10. Matthew 16:19 Pope Impossible
The Apostles of Jesus Christ were scattered far and wide. How reliable was communication between the Christians of India, Ethiopia, Turkey and Spain? Is it unrealistic to claim Peter’s authority over all these lands in a time when it would have been a matter of practical impossibility? Early church fathers did not interpret Matthew 16:19 as Rome later came to. Could it simply be that wherever the right faith is to be found, there are the keys to the kingdom? How can any one person have a monopoly on that faith? Is that why Paul wrote that no other foundation than Jesus Christ can be laid (1 Corinthians 3:11)?
11. Matthew 16:19 Tertullian’s View of the Keys
In Matthew 16:19 Jesus said, “I will give you the keys of the Kingdom of Heaven.” Tertullian taught that the whole Christian faith is built upon Peter being the first to confess Christ. What about the keys? Tertullian believed that, ‘(Peter) himself, therefore, was the first to unbar, in Christ's baptism, the entrance to the heavenly kingdom...’ He reasoned that Peter’s confession gave him and any others who showed this same faith, the key to the kingdom, not human politics and a succession of popes in an exclusive church. Indeed, ‘from that time forward, every number (of persons) who may have combined together into this faith is accounted "a Church"’.
reference: ANTE-NICENE FATHERS, VOLUME 4, Chapter XXI
12. Matthew 16:19 Whatever You Forbid/Permit
In Matthew 16:19 we read, “Whatever you forbid on earth will be forbidden in heaven, and whatever you permit on earth will be permitted in heaven.” As Peter opened the kingdom of heaven by his declaration of faith, so do the descendants of the faith of Peter “declare the terms under which God forgives sin and allows entrance to the kingdom.”1 This is shared by all the Apostles in Matthew 18:18. Their decisions “will have been tied up” and “will have been untied.”2 This is not divine endorsement of mere human decisions but divine guidance, enabling each to be “the faithful steward of God’s prior decisions.”3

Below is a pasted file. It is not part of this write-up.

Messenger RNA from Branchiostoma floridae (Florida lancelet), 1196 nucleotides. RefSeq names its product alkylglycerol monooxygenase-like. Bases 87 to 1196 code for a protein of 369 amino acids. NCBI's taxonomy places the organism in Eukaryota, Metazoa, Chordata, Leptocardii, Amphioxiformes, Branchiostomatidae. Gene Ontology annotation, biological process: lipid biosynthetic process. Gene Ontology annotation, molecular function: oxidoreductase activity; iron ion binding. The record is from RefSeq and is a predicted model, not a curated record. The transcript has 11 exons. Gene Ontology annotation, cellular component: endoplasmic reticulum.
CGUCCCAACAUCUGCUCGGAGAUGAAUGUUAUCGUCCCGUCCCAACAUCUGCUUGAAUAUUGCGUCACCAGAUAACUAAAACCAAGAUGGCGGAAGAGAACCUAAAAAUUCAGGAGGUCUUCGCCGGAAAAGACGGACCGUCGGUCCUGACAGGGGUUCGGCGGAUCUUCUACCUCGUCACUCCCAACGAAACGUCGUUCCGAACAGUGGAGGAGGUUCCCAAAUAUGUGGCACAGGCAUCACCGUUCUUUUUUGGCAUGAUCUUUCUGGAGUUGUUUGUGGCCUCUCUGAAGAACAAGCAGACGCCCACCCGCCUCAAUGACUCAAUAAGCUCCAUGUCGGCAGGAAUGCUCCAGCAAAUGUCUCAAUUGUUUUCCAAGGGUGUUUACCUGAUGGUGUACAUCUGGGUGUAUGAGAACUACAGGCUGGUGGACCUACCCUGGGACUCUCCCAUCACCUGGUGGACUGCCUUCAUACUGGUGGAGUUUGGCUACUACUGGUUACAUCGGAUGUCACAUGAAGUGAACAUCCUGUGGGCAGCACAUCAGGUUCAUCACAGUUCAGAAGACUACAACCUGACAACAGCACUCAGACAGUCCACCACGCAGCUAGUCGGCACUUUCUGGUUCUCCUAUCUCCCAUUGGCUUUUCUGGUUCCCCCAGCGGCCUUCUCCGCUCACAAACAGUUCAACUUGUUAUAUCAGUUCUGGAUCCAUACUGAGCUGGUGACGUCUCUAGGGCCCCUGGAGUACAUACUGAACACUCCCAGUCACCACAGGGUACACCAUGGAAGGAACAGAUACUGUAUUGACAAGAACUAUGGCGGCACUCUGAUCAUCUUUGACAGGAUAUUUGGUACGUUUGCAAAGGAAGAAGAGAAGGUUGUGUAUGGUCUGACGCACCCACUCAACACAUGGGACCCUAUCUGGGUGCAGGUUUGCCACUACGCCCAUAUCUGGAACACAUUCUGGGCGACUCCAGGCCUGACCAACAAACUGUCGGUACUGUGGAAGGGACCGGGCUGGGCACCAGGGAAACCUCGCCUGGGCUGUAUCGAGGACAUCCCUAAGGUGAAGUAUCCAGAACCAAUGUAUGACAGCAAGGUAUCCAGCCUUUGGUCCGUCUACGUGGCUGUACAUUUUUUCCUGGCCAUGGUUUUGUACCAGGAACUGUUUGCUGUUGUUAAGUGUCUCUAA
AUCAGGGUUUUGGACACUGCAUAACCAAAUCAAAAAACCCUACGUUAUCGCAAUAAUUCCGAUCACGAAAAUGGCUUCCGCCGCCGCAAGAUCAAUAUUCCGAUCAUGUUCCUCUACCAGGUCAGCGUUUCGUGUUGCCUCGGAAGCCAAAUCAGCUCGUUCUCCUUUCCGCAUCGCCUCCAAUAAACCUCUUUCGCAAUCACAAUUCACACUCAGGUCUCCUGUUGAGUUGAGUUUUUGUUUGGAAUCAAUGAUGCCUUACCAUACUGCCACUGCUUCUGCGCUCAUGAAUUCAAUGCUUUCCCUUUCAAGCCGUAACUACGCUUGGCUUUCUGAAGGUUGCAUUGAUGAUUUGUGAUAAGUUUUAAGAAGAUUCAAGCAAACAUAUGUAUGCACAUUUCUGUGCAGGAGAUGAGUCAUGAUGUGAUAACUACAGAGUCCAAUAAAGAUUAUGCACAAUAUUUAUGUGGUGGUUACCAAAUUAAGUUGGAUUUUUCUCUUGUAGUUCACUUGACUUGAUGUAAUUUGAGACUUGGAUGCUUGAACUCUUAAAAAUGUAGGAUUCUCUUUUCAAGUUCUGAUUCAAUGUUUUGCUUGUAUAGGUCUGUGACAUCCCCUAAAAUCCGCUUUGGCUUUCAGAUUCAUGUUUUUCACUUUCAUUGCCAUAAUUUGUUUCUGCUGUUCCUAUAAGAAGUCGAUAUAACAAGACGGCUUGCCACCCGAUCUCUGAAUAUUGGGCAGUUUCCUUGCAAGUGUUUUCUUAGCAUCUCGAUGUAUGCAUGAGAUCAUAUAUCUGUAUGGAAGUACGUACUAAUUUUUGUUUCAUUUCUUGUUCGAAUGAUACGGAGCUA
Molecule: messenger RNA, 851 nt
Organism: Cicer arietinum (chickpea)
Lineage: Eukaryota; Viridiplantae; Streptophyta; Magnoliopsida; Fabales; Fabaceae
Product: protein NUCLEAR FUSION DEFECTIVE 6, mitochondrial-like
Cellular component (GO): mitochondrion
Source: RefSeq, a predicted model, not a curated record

1Michael J. Wilkins. The NIV Application Commentary. Zondervan. 2004. 578.
2R. T. France. The New International Commentary on the New Testament. The Gospel of Matthew. William B. Eerdmans Publishing Co. 2007. 626.
Rivalry between Christian denominations only damages the message of Christ. Are we not all on the same team? When the Church was truly catholic, long before its many schisms, early church Fathers had no consensus of opinion on Peter’s role. Focusing on things that Matthew 16:18 does not say instead of what it does say dishonors the words of Christ. The passage neither states that Peter was the first pope, nor that he would head an apostolic succession of popes.
Are not all of us (Protestants, Orthodox and Catholics) Christians of Christ, rocks of the Rock when we, with Peter, openly declare that Jesus is “the Messiah, the Son of the living God”? Because of our confession, are we not also then His “church, and the gates of Hades shall not prevail against it”?
Saint Augustine, Retractions (20.1) and Sermons (vol 6, sermon 229)
Michael J. Wilkins. The NIV Application Commentary. Zondervan. 2004. 578.
R. T. France. The New International Commentary on the New Testament. The Gospel of Matthew. William B. Eerdmans Publishing Co. 2007. 626.